The trouble with these approaches is they are all untried, and we have only the smallest inkling of their unintended consequences. Could we end up with a situation that is worse than otherwise would have been the case?

It is important to remember that when it comes to Earth systems, it is impossible to do just one thing. Whenever we do something, we affect the entire system, and we, as limited beings, cannot understand all the possible consequences ahead of time. We think we are acting on objects, and it turns out that we are acting on networks.

Networks have a way of pushing back at attempts to upend them. But frequently we cannot even see the networks we are affecting until they begin to react to our prodding, often in unforeseen and dangerous ways.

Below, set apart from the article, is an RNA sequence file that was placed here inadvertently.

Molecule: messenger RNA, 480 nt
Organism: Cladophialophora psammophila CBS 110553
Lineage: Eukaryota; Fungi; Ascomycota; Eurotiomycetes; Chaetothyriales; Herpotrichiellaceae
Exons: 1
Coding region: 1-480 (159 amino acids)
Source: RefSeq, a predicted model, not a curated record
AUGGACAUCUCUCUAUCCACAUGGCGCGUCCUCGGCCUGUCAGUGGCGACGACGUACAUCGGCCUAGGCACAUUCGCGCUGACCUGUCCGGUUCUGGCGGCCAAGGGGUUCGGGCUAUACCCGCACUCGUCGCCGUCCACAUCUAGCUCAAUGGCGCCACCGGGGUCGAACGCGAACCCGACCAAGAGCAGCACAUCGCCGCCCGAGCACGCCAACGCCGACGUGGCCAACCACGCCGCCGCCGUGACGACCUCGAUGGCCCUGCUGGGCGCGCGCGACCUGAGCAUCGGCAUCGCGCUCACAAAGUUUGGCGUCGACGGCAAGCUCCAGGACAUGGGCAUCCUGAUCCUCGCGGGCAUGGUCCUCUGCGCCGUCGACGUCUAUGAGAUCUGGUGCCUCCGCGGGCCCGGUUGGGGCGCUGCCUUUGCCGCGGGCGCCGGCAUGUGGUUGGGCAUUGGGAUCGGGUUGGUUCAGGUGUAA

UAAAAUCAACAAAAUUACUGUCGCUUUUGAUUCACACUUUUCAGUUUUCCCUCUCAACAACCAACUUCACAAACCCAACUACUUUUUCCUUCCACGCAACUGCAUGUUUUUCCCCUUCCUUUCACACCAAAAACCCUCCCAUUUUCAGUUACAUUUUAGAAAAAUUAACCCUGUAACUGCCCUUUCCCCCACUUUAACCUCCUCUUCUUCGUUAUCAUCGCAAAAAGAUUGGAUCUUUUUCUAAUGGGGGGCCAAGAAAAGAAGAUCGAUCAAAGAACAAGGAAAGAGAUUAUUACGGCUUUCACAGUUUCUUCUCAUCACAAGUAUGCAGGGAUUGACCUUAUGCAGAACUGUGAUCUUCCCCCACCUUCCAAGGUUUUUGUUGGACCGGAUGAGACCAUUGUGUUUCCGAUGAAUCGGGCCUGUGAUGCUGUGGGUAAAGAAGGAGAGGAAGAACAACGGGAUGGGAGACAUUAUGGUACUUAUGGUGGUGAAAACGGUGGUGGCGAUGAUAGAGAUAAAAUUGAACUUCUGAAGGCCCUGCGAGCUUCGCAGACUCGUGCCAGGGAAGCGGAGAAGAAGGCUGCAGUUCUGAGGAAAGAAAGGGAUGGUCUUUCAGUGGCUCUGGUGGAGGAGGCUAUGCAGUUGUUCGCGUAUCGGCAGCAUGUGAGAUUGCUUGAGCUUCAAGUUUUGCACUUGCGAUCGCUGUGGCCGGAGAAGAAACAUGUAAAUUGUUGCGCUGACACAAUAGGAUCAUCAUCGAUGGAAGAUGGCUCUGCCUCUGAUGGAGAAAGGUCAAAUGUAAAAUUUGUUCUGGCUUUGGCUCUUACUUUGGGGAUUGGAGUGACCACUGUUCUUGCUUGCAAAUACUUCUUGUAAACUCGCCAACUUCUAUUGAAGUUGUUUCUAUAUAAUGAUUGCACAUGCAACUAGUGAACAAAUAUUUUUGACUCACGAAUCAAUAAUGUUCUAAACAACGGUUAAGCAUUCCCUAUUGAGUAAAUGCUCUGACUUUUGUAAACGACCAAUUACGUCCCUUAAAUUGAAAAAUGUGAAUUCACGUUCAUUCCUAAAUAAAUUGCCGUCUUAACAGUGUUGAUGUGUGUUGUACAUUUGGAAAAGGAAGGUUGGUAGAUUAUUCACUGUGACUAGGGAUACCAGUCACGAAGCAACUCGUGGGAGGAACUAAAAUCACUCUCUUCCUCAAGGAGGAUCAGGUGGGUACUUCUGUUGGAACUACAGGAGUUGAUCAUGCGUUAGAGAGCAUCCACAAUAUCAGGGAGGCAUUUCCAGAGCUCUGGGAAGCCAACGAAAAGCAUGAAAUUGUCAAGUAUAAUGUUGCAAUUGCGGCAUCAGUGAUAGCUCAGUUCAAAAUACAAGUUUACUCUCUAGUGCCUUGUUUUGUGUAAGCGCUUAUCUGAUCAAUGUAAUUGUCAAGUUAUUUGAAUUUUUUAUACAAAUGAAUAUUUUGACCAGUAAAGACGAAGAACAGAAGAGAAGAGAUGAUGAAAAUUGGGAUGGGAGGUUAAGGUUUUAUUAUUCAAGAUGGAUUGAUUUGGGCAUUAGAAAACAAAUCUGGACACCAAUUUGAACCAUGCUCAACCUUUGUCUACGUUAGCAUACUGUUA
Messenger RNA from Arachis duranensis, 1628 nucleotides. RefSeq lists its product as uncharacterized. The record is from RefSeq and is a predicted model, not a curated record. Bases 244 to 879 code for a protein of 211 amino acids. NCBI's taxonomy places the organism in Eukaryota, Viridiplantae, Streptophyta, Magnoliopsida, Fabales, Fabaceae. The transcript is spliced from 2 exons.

We do not know exactly how our agricultural networks will react as they are forced to change in response to the climate chaos we have unleashed. But we can take a much more humble stance by acknowledging that we cannot confidently predict that simply moving our current system toward the poles will allow us to produce all that we are going to need.

We may be faced with adopting systemic changes that include new ways of growing, more people in more places engaged in growing, changing what we grow and eat, and growing much more of what we eat closer to where it is eaten. Some of these changes are already taking place. But they will likely deepen and widen as climate change bears down more and more on our agricultural systems worldwide.

Saving Walden’s World: Filming in Slovenia

Written by Community Solutions Fellow Jim Merkel